In THE STATUE OF SCHILLER IN THE PLAZA, she describes
The manly German poetwho
stands above us with pen and book of stoneand ends by taking a pledge:
... On this Plaza a pledge is but a poem in a stone fašade and slightly foreign tongue. "Even on the day he died," the newspaper said of Gottlieb, "he portrayed his death in the language of the poet.In part III, the poet writes about her father who is conjured up in images of the desk at which he worked (FATHER'S DESK):
... For all your reckonings, the will you left could only measure out the hatred, pity, greed, and love of those you left behind.Sweet, sour, cosmic, the poem's wisdom lies in its fidelity: to the girl being shaped and stamped by early experiences -
... There's room enough in here to store this light vocabulary of the nondescript, these pennyworths of smile and sigh, these small dispersals that come back again.and to the father's teaching, as in the poem A CRITIQUE OF PURE REASON where
We teach before we're taught. Acquaintances, We thrive on rules and rights. Who'll teach Us to be friends, and to befriend? You learned The hard (hard-hearted) way we would not learn.Sweet bears witness, and we relish the confirmation of her testimony.
Part IV is remarkably intense, here are poems of images that blaze as you read. In COUNCIL GROVE, the poet is out for a drive to look at other people's houses -
They say that, close by Council Grove, Clark took more land and planted an estate called Minonma. His son gave it a manor house trimmed in gingerbread. It lasted into the nineteen fifties, which gave it an address and tore it down. I've driven out today, that address on my mind.In a matter-of-fact tone, Sweet tells us that for her,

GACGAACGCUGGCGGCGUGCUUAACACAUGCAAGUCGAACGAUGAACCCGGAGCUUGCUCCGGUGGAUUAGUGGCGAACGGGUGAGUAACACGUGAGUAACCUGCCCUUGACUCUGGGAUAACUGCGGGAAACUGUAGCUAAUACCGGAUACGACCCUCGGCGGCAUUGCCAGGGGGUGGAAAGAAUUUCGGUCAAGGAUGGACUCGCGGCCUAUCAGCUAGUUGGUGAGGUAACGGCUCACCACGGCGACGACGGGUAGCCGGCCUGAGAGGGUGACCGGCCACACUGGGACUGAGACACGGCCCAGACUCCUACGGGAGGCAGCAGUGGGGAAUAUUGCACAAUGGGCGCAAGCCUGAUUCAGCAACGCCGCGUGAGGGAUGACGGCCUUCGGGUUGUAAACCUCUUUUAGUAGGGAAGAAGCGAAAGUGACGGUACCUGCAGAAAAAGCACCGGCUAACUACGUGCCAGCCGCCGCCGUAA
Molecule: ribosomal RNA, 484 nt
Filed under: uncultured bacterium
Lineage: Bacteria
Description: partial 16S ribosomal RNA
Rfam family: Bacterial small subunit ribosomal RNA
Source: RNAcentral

history is all a foreshorteningROTOGRAVURE is a saga of memories and held moments. Sweet sometimes barges too forcefully into the past, leaving us slightly bemused and bewildered. In THE LESSER BALKANS, for example, she imagines that
Priests and cardinals chose well in building a Byzantine cathedral for this town. A simpler mosaic takes shape here, asphalt, chat, cement lovers, old maids, grandmothers, sisters, heirs.The encounter somehow a golden dream of harmony, as if the glimpsed town is imparting some ancient wisdom.
ROTOGRAVURE takes us back to the landscape of the Midwest, back to the days of childhood, and urban life. Here, the poems are freighted with an extraordinary melancholy, with the poet's knowledge that things don't last. As the voice glides, pauses, then twists and turns, the poet nails down her defining images: parents, cousins, the town, historical figures. Her poems are made out of a few simple elements, a few things that resonate, that matter to her, where a believer in the power of the imagination can redeem them.
|reviewer: Patricia Prime.|